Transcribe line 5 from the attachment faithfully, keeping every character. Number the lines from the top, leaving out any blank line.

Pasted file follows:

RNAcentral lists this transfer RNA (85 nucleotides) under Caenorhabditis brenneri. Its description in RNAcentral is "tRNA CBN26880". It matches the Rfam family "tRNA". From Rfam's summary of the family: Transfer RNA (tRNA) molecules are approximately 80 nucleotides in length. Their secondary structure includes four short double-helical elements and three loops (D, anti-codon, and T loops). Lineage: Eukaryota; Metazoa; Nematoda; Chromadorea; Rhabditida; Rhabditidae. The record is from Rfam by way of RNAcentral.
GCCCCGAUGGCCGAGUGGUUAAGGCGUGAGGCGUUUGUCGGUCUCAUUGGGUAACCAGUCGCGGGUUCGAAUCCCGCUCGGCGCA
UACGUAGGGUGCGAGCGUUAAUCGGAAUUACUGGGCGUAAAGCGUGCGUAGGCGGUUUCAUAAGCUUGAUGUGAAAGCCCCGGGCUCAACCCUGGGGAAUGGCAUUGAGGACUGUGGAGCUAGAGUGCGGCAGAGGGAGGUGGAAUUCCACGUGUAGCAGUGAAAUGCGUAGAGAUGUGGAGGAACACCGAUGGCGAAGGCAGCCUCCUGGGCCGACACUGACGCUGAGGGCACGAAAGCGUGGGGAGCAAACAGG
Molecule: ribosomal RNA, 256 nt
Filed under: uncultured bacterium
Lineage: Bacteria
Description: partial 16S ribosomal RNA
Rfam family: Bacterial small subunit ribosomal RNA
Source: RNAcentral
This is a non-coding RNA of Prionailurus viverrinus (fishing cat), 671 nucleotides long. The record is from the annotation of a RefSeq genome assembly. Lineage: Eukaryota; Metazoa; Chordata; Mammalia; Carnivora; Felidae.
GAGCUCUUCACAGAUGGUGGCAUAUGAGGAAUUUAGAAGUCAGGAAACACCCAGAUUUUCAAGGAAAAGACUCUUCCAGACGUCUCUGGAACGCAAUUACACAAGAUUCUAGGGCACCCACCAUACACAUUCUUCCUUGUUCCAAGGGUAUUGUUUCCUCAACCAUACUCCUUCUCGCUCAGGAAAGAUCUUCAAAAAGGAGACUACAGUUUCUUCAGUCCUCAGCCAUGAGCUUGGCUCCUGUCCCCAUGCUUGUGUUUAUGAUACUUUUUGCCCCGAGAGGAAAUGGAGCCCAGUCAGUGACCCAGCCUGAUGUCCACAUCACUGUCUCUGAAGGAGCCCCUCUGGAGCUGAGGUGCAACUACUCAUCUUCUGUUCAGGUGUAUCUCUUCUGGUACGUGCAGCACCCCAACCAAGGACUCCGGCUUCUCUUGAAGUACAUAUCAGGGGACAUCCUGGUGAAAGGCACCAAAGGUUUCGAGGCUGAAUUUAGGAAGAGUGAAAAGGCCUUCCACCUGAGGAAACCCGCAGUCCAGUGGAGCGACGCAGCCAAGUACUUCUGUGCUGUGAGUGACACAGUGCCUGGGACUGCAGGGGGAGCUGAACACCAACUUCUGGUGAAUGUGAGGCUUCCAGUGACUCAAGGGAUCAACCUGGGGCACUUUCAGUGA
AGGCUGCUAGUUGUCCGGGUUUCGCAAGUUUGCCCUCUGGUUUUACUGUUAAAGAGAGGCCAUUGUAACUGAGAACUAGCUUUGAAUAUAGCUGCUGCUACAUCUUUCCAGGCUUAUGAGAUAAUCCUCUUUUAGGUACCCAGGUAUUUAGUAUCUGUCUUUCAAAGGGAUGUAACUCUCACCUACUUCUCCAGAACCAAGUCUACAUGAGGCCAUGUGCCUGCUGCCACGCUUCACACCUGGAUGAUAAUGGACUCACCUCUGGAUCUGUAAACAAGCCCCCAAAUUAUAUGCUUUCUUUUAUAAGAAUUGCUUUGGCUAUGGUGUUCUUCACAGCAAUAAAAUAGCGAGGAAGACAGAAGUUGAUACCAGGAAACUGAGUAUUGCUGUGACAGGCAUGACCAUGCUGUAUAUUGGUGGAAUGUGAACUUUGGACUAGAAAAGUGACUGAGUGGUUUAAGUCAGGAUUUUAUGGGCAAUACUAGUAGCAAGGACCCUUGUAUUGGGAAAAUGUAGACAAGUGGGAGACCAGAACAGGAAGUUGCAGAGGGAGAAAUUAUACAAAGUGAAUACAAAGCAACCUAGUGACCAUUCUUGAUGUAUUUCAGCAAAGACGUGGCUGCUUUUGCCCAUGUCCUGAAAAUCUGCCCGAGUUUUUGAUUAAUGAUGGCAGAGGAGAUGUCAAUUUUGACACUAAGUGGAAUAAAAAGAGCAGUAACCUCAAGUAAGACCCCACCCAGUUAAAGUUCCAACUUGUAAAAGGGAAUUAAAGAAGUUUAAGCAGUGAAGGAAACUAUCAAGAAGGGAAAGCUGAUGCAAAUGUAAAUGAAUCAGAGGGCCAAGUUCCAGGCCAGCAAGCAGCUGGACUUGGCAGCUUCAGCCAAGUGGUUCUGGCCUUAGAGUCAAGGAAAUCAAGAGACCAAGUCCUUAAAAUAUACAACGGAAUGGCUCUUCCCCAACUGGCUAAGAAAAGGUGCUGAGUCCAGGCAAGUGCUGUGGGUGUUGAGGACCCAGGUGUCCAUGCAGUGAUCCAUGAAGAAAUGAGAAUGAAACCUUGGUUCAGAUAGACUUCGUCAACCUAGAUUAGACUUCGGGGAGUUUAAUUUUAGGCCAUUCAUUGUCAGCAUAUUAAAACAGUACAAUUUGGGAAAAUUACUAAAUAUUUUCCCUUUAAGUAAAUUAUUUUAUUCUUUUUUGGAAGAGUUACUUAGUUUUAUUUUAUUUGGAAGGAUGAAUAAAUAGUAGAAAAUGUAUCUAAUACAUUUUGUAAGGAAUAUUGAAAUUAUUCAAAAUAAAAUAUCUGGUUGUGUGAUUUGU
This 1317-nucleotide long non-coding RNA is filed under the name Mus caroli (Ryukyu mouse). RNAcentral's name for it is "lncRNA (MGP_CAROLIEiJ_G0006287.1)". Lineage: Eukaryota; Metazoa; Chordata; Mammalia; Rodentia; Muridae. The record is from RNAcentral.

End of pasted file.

Filed under: uncultured bacterium